On first sight Tain does not appear to be your quintessential links course. The panorama from the first tee offers no glimpse of the sea but a view of a generous fairway with only light rough separating it from the 18th to the left. The best opening drive should finish on that side of the 1st so it does come into play. This sets the pattern for the rest of the course. The gorse-lined fairways are firm, and at times rather wide, so distance should be no problem. You have to be precise, to allow a good line in for the subsequent approach, with little fringe rough to stop the ball bouncing or rolling off into trouble. Having your tee shot find its way into a fairway bunker is often somewhat of a relief as it will at least be found and maybe eminently playable. In this respect the design is reminiscent in places of the Turnberry Kintyre layout. Few of the fairways are flat, with humps and hollows featuring on most, with only flatter fairways found down by the seaside holes. There is good variety to the length of the holes length of the holes as well. Upon reflection my favourite holes would be 8, 9 and 15 although the 11th stands out also for the two hillocks guarding its front. The first of those is a daunting par3 with gorse seemingly everywhere followed by the tight dogleg right par4 9th where shaping and precision are the watchwords. The 15th stands out due to its fairly short yardage at 330 yards. Having got the tee shot into play the challenge is all about the approach. If the hole is cut near to the swale in front of the green, and the run off to the right, then short game skills are really tested. Powers of concentration are also tested by what must be some of the noisiest sheep you will find anywhere. Perhaps they’re all busy asserting their individuality. By contrast, the noise from the evening train departing the station just adds further charm to the backdrop of the gothic towers of Tain bathed in early evening sunshine. A fine day of golf.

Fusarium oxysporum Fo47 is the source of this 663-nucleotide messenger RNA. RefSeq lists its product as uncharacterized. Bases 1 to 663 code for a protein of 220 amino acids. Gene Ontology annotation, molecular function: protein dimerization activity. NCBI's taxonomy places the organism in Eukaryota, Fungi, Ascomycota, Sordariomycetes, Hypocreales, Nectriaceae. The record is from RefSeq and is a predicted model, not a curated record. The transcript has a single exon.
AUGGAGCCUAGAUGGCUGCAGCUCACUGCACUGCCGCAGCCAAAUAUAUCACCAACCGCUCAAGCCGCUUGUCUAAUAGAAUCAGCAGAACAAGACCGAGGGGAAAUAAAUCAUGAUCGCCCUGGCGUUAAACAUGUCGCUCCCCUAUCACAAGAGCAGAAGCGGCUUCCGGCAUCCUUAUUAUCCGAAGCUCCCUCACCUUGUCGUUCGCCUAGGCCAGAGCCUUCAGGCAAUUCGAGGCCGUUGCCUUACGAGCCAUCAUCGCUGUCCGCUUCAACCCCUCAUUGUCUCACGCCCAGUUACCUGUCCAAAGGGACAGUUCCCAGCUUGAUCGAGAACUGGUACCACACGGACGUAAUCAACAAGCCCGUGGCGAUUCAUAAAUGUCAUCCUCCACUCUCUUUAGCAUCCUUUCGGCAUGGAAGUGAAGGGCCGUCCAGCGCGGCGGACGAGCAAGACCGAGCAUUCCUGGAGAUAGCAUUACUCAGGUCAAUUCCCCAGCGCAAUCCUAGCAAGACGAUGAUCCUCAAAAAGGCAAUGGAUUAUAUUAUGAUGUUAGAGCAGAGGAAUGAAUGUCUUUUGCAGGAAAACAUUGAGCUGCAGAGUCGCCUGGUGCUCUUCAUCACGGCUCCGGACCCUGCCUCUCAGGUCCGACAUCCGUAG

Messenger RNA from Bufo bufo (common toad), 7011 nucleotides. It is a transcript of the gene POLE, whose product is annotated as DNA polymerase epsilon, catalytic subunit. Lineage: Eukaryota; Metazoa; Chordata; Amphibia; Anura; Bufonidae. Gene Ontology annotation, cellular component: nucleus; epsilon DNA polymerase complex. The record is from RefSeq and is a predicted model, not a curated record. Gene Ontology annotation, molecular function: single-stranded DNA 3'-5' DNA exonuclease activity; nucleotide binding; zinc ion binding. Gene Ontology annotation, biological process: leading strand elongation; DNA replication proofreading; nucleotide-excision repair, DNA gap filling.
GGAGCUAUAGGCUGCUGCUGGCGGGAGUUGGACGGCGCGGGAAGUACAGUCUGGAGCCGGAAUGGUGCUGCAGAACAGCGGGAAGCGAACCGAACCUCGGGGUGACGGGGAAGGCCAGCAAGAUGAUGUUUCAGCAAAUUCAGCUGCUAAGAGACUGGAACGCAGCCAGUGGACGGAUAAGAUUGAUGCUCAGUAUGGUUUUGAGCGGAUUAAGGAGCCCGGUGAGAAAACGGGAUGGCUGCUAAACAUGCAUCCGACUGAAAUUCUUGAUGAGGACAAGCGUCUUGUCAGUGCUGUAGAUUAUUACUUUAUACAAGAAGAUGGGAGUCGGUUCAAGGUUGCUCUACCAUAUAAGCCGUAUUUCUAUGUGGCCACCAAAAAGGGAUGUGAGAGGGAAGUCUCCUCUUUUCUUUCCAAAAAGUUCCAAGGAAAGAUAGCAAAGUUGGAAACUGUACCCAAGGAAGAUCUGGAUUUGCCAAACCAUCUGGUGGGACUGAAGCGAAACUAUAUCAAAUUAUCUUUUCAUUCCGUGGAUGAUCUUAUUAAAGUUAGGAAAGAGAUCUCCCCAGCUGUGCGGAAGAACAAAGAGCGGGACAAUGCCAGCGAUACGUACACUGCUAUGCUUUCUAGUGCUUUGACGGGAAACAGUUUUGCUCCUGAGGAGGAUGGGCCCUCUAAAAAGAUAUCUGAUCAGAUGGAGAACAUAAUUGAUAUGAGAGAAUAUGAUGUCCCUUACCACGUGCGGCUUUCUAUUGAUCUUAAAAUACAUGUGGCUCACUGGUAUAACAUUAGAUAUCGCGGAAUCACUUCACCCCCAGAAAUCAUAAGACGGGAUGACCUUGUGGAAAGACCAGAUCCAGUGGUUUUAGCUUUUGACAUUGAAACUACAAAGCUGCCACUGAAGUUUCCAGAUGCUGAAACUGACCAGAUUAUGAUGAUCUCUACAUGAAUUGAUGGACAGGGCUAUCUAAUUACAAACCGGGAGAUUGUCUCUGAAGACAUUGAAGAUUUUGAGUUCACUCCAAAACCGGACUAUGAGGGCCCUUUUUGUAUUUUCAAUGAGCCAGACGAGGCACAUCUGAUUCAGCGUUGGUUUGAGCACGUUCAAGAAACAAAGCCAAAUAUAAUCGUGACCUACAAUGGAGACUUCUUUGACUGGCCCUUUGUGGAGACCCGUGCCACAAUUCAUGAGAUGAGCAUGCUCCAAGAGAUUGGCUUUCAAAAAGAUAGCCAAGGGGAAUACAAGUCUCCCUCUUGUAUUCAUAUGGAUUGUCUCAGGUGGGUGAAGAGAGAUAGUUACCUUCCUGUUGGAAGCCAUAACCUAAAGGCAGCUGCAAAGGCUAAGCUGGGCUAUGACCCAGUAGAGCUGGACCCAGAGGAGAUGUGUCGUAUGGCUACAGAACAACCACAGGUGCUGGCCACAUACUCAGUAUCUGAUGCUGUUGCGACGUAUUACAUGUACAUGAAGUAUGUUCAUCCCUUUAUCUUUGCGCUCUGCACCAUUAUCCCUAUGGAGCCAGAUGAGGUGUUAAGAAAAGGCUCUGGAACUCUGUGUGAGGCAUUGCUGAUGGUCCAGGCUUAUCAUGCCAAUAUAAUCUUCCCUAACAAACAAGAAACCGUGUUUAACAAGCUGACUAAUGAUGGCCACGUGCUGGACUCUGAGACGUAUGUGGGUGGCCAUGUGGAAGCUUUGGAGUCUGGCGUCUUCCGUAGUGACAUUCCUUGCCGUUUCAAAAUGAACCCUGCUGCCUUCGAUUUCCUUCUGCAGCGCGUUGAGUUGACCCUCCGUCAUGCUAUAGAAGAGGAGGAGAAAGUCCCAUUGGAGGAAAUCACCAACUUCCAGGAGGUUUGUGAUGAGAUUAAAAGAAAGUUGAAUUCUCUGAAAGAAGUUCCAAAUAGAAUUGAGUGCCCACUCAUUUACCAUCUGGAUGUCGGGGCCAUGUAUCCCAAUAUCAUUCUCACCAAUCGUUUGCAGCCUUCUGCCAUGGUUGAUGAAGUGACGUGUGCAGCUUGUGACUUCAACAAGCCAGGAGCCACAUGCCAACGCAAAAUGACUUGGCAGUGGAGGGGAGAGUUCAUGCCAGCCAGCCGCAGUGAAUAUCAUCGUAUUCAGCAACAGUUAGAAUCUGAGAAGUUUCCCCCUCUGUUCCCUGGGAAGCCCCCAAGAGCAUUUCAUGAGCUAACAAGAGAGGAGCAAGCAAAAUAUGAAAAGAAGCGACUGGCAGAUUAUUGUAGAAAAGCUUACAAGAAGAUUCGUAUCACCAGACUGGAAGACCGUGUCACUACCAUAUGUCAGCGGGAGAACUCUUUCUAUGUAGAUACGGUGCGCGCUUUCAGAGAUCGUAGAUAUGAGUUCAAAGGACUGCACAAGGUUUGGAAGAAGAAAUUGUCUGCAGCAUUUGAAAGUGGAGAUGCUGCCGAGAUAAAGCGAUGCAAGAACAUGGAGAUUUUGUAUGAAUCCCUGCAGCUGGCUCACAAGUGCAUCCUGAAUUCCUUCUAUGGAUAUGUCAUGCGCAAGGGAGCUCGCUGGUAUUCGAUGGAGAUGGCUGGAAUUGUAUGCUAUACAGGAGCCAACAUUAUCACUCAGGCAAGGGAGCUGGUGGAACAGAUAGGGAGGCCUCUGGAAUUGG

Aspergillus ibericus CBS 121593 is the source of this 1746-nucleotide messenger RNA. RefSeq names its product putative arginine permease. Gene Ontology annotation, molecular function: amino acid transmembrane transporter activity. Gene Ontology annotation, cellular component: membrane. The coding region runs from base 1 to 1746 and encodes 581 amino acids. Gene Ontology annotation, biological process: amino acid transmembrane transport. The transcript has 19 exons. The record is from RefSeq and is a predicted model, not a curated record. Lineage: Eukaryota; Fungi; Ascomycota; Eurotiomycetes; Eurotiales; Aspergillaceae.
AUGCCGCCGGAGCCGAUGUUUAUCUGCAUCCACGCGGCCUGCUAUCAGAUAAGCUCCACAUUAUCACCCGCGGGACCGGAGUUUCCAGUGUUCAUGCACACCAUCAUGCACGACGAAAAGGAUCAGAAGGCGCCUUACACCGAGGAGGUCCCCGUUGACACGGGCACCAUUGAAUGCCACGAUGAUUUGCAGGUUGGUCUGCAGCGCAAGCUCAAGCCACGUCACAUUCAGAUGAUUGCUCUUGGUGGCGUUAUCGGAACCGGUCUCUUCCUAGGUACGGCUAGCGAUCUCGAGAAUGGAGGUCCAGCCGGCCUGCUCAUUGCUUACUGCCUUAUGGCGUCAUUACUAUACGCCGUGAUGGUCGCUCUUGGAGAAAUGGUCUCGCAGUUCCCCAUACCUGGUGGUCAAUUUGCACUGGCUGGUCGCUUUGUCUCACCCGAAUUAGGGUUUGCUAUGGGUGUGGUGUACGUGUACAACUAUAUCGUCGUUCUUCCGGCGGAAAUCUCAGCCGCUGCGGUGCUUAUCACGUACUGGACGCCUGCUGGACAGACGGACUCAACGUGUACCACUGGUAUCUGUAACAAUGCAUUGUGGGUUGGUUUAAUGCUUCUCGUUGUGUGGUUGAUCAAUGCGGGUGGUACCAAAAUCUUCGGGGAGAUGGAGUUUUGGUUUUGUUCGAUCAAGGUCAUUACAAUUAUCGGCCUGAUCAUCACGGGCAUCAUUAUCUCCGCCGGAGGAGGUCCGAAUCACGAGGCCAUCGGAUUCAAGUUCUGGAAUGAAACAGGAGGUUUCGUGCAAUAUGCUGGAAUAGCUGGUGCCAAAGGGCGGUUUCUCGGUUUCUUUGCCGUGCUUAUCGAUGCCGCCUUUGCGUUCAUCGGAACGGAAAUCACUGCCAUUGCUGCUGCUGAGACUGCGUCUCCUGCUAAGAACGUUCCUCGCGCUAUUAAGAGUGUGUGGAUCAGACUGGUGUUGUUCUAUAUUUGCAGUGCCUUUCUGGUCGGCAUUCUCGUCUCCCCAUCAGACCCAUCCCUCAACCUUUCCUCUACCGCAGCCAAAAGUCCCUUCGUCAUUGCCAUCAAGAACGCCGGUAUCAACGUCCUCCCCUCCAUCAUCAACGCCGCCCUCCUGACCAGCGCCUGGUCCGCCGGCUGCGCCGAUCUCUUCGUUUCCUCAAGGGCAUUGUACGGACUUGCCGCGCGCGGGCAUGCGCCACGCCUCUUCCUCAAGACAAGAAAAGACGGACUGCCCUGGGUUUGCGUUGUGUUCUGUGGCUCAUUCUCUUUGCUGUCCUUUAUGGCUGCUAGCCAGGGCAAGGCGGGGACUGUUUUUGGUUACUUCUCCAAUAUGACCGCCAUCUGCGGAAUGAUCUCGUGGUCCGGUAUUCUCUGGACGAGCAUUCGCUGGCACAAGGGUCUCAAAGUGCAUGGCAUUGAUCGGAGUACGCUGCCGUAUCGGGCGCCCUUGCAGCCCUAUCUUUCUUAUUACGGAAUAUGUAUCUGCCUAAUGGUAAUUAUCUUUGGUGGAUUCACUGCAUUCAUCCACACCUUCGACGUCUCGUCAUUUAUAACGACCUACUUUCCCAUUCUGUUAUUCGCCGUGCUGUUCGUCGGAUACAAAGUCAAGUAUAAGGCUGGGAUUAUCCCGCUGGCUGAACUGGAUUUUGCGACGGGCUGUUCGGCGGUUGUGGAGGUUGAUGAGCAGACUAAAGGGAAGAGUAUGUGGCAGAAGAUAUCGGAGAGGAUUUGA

Date: June 28, 2012